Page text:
Wednesday, August 1, 2012

Czech Bluegrass Documentary Project News

Last summer, when I went into the studio in Prague to help with the recording of Druha Trava's CD Shuttle to Bethlehem, I ended up hanging out and traveling a bit with Lee Bidgood, an American fiddler and mandolinist who teaches at East Tennessee State University, which has a Bluegrass, Old-Time and Country Music Studies program -- and his colleague from ETSU, the documentary filmmaker Shara Lange.

Lee did his PhD on Czech Bluegrass (we met in 2004 at the Caslav Bluegrass Festival in CZ) and he and Shara are making a documentary film on Czech Bluegrass music and musicians -- I am thrilled to be onboard as a sort of consultant or production assistant....

The film now has a web site -- you can click HERE to find out information, see some video, hear some music and find out more about the project, screenings, events, etc.

One upcoming event is a concert August 8, in Johnson City, TN, at which Lee and fellow musicians will perform Czech translations of bluegrass classics as well as original material by Czech bluegrass musicians, in both Czech and English.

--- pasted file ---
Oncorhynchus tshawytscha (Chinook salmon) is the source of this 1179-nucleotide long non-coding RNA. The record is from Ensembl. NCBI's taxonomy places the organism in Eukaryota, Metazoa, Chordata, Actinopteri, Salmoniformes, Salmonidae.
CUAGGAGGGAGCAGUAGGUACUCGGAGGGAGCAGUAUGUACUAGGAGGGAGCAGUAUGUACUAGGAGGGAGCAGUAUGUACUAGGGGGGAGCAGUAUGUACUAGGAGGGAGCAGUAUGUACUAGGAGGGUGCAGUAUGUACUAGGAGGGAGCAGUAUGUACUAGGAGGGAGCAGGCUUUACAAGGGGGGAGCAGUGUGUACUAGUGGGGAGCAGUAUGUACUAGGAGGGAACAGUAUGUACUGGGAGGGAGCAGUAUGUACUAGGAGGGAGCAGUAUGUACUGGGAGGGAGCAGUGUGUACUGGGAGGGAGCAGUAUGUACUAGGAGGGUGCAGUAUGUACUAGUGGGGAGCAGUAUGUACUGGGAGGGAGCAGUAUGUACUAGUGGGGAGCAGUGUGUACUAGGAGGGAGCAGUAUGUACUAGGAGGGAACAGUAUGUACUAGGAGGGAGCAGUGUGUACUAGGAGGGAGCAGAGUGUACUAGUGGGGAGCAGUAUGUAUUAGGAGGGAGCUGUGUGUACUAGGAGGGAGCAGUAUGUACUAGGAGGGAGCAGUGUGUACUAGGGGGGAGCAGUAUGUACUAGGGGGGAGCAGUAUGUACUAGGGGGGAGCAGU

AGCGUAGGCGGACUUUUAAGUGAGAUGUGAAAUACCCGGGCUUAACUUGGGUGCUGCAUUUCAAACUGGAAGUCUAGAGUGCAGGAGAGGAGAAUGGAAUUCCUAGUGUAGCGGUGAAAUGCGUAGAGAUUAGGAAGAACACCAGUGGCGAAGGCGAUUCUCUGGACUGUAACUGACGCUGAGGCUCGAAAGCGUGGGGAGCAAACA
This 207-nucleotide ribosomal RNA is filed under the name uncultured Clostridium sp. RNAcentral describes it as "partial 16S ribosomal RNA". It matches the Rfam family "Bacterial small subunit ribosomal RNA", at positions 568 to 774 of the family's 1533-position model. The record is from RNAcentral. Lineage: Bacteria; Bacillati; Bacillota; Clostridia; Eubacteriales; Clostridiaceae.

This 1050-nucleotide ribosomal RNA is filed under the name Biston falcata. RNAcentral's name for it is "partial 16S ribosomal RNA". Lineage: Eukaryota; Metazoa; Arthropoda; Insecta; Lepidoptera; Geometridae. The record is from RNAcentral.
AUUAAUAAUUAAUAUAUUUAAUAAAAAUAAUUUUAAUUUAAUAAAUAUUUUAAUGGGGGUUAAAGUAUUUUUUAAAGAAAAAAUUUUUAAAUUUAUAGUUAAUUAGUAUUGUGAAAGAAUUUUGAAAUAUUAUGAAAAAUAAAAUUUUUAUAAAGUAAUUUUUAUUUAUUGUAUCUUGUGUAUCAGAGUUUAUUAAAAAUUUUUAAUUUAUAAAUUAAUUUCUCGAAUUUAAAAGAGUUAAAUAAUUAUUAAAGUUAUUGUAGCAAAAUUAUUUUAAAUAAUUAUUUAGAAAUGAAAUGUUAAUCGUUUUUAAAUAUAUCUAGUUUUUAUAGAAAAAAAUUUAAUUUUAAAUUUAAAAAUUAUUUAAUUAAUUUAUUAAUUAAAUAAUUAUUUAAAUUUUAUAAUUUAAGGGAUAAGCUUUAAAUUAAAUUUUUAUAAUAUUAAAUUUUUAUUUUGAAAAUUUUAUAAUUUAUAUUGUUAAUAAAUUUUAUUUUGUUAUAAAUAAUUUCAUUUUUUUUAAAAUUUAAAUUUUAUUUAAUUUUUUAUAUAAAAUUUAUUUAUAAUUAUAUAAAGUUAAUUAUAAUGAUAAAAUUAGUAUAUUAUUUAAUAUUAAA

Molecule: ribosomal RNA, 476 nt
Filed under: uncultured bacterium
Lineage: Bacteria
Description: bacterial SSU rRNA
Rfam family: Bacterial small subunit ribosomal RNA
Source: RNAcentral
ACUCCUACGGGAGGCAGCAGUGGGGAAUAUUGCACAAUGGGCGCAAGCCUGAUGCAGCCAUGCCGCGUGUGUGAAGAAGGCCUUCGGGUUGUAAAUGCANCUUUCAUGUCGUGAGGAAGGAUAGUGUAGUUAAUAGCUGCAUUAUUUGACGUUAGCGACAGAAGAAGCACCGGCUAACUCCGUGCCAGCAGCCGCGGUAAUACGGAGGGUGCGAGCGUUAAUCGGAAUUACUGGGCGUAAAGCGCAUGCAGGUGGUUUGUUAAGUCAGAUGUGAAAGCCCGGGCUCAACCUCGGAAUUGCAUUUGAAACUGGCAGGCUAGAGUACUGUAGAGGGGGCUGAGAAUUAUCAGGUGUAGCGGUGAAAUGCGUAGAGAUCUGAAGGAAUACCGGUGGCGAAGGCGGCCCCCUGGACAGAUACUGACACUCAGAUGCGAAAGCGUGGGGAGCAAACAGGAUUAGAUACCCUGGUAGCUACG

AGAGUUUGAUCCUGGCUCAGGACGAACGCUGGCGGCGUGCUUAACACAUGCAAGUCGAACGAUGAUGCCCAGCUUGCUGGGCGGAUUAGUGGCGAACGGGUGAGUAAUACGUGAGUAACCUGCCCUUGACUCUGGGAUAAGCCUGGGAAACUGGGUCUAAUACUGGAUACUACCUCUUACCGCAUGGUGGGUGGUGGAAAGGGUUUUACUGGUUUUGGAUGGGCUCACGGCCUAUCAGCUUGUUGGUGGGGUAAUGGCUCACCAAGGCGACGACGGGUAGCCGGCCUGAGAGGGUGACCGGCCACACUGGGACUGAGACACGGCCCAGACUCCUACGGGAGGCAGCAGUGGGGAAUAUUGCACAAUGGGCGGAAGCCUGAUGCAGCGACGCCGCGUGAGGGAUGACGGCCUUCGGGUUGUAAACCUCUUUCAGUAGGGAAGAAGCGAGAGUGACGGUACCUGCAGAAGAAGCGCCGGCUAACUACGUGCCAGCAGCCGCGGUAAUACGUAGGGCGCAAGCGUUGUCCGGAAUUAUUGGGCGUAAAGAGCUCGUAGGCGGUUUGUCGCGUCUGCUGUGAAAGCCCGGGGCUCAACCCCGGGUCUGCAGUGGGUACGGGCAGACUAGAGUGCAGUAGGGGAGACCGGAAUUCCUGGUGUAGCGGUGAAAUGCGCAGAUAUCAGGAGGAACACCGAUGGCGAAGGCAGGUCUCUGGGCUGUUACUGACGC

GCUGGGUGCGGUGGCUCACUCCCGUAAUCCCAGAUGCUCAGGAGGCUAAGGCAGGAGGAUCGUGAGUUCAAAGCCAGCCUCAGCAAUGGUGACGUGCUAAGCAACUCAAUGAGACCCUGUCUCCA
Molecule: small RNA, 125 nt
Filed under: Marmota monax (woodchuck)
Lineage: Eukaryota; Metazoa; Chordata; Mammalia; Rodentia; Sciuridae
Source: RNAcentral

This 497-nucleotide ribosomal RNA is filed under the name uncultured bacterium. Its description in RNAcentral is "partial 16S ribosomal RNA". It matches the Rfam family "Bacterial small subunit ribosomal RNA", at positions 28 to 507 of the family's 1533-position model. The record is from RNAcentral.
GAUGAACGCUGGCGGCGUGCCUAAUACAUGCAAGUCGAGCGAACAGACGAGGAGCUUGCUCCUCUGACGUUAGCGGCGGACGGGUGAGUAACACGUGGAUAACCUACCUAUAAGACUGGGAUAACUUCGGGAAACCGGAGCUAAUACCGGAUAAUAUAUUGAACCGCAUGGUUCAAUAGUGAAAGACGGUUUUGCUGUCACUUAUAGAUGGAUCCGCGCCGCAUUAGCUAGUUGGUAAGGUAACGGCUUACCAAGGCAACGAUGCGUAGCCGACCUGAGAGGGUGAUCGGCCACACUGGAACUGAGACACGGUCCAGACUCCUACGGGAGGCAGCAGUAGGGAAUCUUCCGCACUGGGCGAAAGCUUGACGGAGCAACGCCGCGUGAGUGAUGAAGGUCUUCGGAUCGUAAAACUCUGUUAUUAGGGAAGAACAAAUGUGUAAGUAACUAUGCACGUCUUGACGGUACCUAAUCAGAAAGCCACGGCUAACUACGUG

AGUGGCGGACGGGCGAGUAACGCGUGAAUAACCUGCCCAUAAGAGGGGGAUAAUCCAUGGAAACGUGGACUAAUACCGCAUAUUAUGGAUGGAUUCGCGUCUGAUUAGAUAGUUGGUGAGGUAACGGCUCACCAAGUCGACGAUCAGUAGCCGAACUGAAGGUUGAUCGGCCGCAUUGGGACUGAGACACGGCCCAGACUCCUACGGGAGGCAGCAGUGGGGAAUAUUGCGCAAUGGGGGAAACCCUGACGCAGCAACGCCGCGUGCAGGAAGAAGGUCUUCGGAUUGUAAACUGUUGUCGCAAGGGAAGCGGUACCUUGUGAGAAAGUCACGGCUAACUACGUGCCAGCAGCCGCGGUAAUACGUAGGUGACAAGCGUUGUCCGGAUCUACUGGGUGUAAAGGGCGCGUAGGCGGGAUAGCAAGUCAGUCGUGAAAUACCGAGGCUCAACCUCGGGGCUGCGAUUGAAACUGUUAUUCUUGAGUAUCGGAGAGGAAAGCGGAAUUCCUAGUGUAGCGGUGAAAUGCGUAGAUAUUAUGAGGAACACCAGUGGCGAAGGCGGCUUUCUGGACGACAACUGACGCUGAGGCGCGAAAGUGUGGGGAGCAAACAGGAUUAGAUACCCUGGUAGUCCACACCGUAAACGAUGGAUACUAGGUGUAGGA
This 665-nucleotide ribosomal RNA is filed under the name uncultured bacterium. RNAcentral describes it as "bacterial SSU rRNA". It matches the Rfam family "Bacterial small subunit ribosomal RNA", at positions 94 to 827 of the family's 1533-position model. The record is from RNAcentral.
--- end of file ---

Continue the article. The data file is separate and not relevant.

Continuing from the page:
Here's a clip I took of Lee jamming late a night with Lubos Malina, of Druha Trava.

During out brief travels last summer, we also visited Marko Cermak, the godfather of five-string banjo playing in  CZ, at his cabin in the woods. 

Interviewing Marko Cermak. Photo (c) Ruth Ellen Gruber

According to his own and other accounts, Cermak, who was active in the Czech tramp music scene, built his own long-necked, five-string banjo by studying photographs taken of Pete Seeger at Seeger's seminal 1964 concert in Prague concert. Cermak went on to become one of Czechoslovakia's first banjo virtuosi.

Marko Cermak. Photo (c) Ruth Ellen Gruber

Among other things, Cermak founded one of Czechoslovakia's first American-style country and bluegrass groups, the Greenhorns. The Greenhorns became extremely influential by playing Czech language versions of American folk songs, copying arrangements they heard on American Forces Radio.  In doing so, they, and similar groups, brought these songs firmly into the local musical tradition, fostering a total assimilation of many songs into the Czech repertoire. 

After visiting Marko, we went on to spend the night at the home of banjoist and banjo-maker Zdenek Roh, near Jihlava, where I had visited the previous year with Lubos Malina and Robert Krestan of Druha Trava.

Zdenek Roh. Photo (c) Ruth Ellen Gruber

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